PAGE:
Amazon Echo Input Review: An easy way to make dumb speakers smart
If you've already got a good set of speakers that lack smarts, Amazon's Echo Input makes it simple to add Alexa to them.
- Adds Alexa to just about any speaker
- 3.5mm direct or Bluetooth connectivity
- Wide range of smart home compatibility
- Lacks its own speaker
- Set-up can be tricky if it goes wrong
- Echo Dot isn't that much more expensive
Amazon's Echo Input is designed to piggyback onto other speaker systems, adding the company's virtual assistant in areas where you might not want or need a complete smart speaker.
It's of most use if you're already running an Alexa set-up within a smart home environment, although the relatively small price difference between the Echo Input and the more flexible Amazon Echo dot is problematic.
Amazon Echo Input: Design
- Small and unobtrusive
- Not quite cable-free
The Amazon Echo Input is effectively the successor to the Amazon Echo Dot.
It's a small flat disk with just two input buttons and an activity light on the top.
Charging is via microUSB, with a supplied cable and charger in the box. There's also an output 3.5mm jack and cable in the box, although this isn't the only way you can connect up the Echo Input.Back to top
Amazon Echo Input: Installation
- App-driven installation keeps it simple
- Not a lot of help if something goes wrong
- Annoyingly keeps trying to save your Wi-Fi password
The Echo Input set-up process should be quite easy. I say should because I did hit one quirk in the process. It's entirely app-driven, so the first step needs to be setting up the Alexa app on your iOS or Android phone as well as an Amazon account if you don't already have one.
From there, you're guided through the set-up process, which isn't much more complicated than plugging everything in and detecting the Echo Input from within the app.
You have the option of connecting to your existing non-smart speaker via either Bluetooth (if supported by your speaker) or 3.5mm cable.
It's then a matter of connecting the Echo Input up to your Wi-Fi network. This was where I hit the only genuine issue with set-up. For some unknowable reason, the Alexa app refused to accept my Wi-Fi password as genuine, even though it was 100% accurate.
It took six full attempts to get it to register the Echo Input on my Wi-Fi. I'm honestly still not sure why, but it's less than helpful when a guided install like this goes off the tracks. It's also somewhat annoying that Amazon decides that the default is to store your Wi-Fi password on its servers with a checkbox.
I told it not to store my password, but every time it refused my password, it would re-enable that checkbox and I'd have to disable it. If I were the paranoid type, I'd suspect that might be why it failed. Eventually, though, the Echo Input registered itself and got to work.Back to top
Amazon Echo Input: Performance
- Alexa works well for smart home tasks
- Decent microphone pick-up
- Balancing act between audio controls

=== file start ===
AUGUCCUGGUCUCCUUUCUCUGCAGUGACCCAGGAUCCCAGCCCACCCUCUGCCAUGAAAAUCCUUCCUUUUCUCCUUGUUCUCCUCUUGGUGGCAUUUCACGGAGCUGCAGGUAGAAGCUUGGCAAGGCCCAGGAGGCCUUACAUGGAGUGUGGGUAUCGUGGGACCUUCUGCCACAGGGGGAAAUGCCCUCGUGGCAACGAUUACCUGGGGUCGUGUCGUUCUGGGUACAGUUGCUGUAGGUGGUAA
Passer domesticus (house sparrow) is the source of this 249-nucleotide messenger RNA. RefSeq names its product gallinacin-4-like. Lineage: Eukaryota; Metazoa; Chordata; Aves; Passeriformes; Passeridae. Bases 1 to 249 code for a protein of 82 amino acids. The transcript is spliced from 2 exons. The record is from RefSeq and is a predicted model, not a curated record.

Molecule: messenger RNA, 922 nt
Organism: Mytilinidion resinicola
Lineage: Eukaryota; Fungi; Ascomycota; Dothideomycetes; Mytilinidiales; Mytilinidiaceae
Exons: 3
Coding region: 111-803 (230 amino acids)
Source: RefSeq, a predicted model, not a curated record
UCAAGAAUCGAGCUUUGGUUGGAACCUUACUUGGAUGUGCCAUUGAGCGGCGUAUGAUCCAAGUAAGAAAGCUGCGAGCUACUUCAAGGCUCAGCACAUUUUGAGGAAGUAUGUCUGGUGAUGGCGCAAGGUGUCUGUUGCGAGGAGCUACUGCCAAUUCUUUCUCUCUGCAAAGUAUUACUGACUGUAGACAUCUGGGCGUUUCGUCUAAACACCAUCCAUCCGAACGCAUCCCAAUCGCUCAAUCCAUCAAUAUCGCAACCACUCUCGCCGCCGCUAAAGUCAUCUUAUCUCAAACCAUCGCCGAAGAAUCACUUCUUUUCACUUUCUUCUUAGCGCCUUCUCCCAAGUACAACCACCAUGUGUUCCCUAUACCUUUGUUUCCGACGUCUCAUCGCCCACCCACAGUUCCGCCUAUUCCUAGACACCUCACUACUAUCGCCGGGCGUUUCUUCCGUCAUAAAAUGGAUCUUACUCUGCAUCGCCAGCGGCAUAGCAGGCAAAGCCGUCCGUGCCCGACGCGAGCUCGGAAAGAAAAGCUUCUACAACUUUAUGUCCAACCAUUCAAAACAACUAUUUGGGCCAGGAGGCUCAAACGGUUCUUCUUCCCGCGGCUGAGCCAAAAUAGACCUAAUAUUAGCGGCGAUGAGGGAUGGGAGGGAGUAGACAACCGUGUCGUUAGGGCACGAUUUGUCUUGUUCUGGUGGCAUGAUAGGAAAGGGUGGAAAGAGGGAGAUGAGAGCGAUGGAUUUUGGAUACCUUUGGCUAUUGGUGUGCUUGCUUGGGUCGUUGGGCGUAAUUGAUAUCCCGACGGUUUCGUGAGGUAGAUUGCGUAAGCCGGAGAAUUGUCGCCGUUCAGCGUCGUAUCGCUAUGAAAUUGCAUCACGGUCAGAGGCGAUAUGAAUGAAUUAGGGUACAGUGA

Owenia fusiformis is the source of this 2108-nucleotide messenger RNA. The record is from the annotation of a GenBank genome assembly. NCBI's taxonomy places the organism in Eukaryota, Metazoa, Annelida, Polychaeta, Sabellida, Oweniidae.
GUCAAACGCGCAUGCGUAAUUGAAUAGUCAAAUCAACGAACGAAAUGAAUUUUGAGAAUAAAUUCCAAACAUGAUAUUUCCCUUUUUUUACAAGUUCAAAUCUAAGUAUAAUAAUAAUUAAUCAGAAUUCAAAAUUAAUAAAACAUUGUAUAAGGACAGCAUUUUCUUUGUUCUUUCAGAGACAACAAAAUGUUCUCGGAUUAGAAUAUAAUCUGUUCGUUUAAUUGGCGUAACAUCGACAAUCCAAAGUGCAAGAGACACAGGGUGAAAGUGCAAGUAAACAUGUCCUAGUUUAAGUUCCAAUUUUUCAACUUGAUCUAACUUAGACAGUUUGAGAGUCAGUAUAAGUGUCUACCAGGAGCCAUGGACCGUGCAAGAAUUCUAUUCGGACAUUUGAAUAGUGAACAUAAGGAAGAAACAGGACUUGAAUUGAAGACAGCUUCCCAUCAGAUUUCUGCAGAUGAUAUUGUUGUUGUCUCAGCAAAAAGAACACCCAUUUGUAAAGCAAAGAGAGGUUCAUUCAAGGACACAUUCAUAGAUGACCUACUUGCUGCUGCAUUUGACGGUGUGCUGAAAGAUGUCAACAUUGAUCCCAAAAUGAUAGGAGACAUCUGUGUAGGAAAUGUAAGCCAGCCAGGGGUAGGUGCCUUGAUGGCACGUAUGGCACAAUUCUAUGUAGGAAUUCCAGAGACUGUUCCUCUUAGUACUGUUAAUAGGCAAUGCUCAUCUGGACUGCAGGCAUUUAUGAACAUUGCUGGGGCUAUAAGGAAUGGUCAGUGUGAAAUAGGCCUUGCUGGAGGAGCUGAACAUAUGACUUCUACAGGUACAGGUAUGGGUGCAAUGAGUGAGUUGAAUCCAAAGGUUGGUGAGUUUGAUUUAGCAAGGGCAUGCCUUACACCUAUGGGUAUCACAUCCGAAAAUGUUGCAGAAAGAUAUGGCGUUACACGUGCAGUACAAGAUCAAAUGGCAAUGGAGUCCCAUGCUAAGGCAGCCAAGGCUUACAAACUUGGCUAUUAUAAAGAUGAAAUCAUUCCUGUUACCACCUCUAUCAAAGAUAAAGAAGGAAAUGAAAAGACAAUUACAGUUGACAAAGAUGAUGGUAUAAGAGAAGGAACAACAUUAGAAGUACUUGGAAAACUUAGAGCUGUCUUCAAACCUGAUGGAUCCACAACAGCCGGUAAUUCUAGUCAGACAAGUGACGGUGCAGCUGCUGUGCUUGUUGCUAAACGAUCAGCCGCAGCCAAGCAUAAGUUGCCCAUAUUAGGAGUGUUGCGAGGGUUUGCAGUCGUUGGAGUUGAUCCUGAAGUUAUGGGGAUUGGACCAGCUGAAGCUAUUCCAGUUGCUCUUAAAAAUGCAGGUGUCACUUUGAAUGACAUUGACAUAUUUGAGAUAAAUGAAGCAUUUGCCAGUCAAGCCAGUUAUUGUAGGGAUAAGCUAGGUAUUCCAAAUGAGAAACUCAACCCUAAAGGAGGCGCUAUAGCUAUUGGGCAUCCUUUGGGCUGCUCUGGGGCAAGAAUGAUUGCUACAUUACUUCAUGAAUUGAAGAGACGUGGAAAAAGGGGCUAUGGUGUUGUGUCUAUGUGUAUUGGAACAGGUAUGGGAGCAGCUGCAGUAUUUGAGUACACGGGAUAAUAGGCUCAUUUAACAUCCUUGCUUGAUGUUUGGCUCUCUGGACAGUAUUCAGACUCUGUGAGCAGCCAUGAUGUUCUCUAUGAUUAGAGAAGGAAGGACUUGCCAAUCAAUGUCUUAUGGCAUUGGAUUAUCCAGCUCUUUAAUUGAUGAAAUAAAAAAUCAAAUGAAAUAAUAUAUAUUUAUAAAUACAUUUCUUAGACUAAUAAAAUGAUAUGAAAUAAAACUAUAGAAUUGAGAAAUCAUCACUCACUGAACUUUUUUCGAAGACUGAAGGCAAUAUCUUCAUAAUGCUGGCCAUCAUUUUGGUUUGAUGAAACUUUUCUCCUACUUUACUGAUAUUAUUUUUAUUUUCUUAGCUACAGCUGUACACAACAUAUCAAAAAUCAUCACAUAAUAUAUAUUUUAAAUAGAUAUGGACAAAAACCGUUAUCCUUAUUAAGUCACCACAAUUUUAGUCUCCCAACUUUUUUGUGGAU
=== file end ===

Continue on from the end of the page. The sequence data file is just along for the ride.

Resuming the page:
The Echo Input is as simple as you can get for voice-assistant technology. As with any Alexa device, it's limited by whatever other smart devices or services you've already enabled.
The two buttons work to mute the microphone, with a familiar red glow if it is disabled, or to invoke Alexa without having to use its wake word.
On the smart device side this covers a lot of ground, including smart lightbulbs, door locks and some sensors, although obviously it can't show you the results of any video camera due to the lack of its own display.
For such a small device, the Amazon Echo Input has pretty good microphone pick-up. I installed it in my home office for testing purposes and was able to get it to kick into gear from around a corner with only moderate volume.
Speaking of volume, there's a slight trap here if you're not careful. You can tell Alexa to set any volume level you'd like, but it never takes actual control of your external speaker's volume output. As such, if it's set very low or very high, what you tell Alexa might not make that much difference. I discovered this the hard way plugging it into one speaker set at full volume, which totally overpowered the Echo Input's ability to even hear me tell it to lower the volume.
The easiest way around this is to set the volume as high as you'd ever want it on your device, and then only use Alexa to adjust it from that point onwards.
It's even feasible to set up a speaker with both Alexa and Google Assistant if it's got a 3.5mm input. I tested this with the Panasonic SC-GA10 speaker, and it worked.
Well, mostly. It's functional but only barely because you have to use a physical input change between the inbuilt Google Assistant and the auxiliary input where the Echo Input is installed. You can't quite order Alexa and Google Assistant to fight over music playback duties, no matter how fun that might seem in theory.Back to top
Amazon Echo Input: Should you buy it?
- An easy way to make your dumb speakers into smart ones
- But the Echo Dot isn't that much more expensive
The Amazon Echo Input is very much a tool for a specific job. If you don't want or need a speaker but want smart features based around the Amazon ecosystem, it's the cheapest way to enable those features.
That being said, the Amazon Echo Dot is basically the Echo Input with a speaker whacked on the top.
All-new Echo Dot (3rd Gen) – Smart speaker with Alexa from Amazon
That makes it a more flexible device overall because while you can use it to make dumb speakers into smart ones, it'll also work independently. You could use the Echo Input by itself in theory as long as you never want to hear its responses, but that would limit you only to tasks such as light switching.Back to top
Amazon Echo Input: Pricing and availability
Buy Amazon Echo Input from Amazon
Turn any speaker into a smart speaker with the easy to use Amazon Echo Input.View details